at pages 36 to 40. It is assumed that all of these decoders are operated at the pulse group frequency, and that each is -in the correct phase to collect all of the pulses of a single code pulse group and translate them and only them into` an output amplitude Value. the decoders 3G, 3l at the receiver with thetransmitter apparatus `may be carried out by signals transmittedover an auxiliary "pilot channel," by marker pulses interlaced with the .code group, pulses either of the main channel or of the error channel, or in any desired manner.

It is inherent in the nature of the quantization processthat the maximumA value of the granularity error signal be one half step, positive or negative. This maximum Value occurs when the signal sample amplitude lies midway between two adjacent steps. Lesser granularity errors occur when the sample amplitude lies lless than one# half step from the nearest quantized value. This is true no matter what may be the total number or" available steps. For example, with the ,128,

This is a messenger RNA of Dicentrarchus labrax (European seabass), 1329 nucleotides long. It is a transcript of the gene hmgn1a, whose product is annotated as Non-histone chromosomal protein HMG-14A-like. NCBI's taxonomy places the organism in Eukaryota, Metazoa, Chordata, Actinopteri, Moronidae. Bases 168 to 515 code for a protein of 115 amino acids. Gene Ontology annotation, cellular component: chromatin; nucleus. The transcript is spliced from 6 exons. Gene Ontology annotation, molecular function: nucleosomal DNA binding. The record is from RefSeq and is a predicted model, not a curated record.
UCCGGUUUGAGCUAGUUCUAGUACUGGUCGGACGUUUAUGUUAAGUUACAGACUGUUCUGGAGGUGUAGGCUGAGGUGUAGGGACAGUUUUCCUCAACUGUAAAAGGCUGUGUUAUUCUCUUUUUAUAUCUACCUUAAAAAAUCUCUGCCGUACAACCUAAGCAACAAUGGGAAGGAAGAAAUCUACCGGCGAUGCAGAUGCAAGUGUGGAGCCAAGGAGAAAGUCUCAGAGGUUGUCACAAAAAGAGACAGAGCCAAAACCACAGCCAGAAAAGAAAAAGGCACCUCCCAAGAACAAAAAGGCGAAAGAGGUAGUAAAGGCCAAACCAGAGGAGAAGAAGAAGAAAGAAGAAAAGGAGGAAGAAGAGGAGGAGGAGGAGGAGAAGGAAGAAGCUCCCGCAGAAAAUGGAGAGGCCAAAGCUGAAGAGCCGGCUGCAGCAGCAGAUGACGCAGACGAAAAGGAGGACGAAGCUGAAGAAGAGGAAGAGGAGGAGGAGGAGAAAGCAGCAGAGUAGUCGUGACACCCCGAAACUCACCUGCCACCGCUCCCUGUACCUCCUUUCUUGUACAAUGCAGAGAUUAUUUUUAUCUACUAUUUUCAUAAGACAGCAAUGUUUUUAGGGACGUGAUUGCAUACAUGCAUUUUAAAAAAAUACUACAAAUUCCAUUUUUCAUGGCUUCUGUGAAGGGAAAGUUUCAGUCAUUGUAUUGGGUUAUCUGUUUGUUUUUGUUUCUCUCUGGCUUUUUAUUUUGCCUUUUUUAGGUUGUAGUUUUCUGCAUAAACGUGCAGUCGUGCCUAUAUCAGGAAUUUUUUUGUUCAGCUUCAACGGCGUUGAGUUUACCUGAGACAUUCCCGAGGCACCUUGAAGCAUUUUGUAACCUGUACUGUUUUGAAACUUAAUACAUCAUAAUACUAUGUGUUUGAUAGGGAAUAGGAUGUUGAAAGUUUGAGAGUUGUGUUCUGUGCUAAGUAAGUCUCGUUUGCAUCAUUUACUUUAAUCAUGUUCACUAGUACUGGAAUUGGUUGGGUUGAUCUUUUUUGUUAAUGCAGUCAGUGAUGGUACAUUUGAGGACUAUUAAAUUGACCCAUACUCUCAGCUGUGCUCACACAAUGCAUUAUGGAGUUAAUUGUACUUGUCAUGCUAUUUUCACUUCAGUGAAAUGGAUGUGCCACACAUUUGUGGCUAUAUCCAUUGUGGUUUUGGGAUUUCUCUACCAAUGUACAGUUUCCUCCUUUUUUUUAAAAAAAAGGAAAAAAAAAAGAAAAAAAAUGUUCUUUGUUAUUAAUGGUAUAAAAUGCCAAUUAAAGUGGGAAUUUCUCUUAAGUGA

steps of the 'l-digit code, a positive sample of maximum amplitude deects the coder tube beam to its full extent inthe upward directionwhich is 64 steps removed from the center of the coding mask, the zero signal position. If, now, the granularity error signal be built up before coding by amplification by a factor 128, the maximum grann ularity error signals will `produce beam deflections to the full extent of the code mask and these, in turn, will be broken down by the Vernier process of the invention into 128 diierent quantized values. At the receiver, the. error signals in the auxiliary channel are attenuated by the same factor 128, the magnitude of each of .its steps being correspondingly reduced. As a result the granularity of the signal as a whole has been reduced bya factor 2'Z and the back ground noise is at the level which would obtain with straightforward single path transmission using 14 digits instead of '7.

The above holds when the coder itself is free of errors. It may happen, however, that the original deflection of the coder beam is in error, for example by the width of one aperture row. In

this event the difference between the original signal and the quantized output of the local decoder 8 is one and one half steps, of which one half step is chargeable to quantization and one'.

whole step toincorrect coding. If this difference f signal were to be., amplified by a factor 128.`the